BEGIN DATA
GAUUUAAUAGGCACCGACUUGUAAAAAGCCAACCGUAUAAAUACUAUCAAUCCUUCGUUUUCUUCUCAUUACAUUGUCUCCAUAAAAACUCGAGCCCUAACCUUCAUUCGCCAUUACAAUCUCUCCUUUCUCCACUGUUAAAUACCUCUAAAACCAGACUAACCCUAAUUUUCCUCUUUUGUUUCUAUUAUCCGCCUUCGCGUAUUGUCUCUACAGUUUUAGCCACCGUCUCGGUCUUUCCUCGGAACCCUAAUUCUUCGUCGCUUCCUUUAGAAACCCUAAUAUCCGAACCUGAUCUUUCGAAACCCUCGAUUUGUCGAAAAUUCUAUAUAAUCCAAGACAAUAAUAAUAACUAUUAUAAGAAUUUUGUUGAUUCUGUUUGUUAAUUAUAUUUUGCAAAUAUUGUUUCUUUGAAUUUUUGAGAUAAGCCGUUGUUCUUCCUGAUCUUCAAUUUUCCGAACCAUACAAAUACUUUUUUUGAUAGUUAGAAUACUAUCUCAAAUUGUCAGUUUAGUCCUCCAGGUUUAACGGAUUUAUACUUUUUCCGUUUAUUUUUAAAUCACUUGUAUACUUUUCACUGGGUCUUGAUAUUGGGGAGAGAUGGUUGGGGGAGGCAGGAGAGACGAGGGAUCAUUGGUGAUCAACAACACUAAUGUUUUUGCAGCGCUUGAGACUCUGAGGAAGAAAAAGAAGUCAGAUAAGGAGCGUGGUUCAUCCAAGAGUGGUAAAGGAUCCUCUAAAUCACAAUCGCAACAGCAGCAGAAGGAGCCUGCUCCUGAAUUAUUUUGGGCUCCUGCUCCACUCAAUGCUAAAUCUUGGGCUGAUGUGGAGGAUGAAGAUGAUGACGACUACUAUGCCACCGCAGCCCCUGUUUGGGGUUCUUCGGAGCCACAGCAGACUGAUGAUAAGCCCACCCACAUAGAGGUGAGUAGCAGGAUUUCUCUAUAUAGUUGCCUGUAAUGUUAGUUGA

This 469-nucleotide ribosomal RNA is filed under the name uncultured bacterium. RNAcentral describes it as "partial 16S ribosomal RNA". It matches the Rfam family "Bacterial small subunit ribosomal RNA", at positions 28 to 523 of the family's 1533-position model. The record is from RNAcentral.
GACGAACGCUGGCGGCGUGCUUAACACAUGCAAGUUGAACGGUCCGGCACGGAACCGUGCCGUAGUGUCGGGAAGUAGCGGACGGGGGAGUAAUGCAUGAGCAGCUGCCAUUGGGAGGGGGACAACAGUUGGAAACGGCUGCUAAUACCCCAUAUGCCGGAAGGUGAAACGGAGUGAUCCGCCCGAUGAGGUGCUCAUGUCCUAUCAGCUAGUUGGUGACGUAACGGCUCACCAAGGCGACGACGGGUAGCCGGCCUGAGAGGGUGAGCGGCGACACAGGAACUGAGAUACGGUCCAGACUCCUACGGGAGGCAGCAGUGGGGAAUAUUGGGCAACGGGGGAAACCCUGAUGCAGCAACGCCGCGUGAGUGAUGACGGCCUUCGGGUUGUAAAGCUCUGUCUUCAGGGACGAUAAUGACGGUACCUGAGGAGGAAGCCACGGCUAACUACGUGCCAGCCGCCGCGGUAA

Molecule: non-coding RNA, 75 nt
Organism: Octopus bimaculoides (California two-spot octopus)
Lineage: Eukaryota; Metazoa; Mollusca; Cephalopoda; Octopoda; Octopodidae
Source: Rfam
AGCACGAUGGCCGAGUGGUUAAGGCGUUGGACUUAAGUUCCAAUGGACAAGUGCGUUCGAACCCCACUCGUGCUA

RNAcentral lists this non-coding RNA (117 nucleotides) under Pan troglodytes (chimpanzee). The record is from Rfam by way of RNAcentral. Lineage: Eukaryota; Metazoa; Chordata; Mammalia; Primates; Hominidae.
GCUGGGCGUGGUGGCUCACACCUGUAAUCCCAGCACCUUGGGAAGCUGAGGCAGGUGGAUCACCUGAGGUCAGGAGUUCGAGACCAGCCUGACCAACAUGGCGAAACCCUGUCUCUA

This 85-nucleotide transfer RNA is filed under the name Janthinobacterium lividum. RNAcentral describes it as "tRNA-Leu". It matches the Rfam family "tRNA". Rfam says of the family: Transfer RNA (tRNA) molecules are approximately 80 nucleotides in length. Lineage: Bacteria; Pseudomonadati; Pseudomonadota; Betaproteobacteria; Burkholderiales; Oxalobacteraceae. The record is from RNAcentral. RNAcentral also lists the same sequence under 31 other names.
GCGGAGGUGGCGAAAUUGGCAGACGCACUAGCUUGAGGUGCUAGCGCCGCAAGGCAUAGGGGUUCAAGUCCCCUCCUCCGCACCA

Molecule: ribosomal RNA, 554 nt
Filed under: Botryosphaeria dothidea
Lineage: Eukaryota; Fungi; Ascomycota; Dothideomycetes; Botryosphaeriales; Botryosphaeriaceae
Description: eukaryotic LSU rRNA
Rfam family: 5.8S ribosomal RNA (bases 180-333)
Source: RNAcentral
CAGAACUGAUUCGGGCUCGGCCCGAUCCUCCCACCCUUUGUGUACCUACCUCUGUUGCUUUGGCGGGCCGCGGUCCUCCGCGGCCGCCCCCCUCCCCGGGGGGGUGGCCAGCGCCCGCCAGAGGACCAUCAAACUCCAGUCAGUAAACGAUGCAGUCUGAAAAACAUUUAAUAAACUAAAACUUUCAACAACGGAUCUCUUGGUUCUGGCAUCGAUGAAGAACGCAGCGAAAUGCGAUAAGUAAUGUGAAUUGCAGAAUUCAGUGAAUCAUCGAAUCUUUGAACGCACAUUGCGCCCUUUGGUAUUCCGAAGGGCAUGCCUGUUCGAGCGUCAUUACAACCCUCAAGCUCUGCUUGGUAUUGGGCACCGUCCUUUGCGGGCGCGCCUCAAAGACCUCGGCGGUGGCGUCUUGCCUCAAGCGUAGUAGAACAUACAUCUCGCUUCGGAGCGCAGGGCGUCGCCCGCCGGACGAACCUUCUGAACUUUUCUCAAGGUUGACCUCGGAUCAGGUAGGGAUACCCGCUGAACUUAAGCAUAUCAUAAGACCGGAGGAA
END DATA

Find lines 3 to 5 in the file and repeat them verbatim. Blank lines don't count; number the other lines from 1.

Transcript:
GACGAACGCUGGCGGCGUGCUUAACACAUGCAAGUUGAACGGUCCGGCACGGAACCGUGCCGUAGUGUCGGGAAGUAGCGGACGGGGGAGUAAUGCAUGAGCAGCUGCCAUUGGGAGGGGGACAACAGUUGGAAACGGCUGCUAAUACCCCAUAUGCCGGAAGGUGAAACGGAGUGAUCCGCCCGAUGAGGUGCUCAUGUCCUAUCAGCUAGUUGGUGACGUAACGGCUCACCAAGGCGACGACGGGUAGCCGGCCUGAGAGGGUGAGCGGCGACACAGGAACUGAGAUACGGUCCAGACUCCUACGGGAGGCAGCAGUGGGGAAUAUUGGGCAACGGGGGAAACCCUGAUGCAGCAACGCCGCGUGAGUGAUGACGGCCUUCGGGUUGUAAAGCUCUGUCUUCAGGGACGAUAAUGACGGUACCUGAGGAGGAAGCCACGGCUAACUACGUGCCAGCCGCCGCGGUAA

Molecule: non-coding RNA, 75 nt
Organism: Octopus bimaculoides (California two-spot octopus)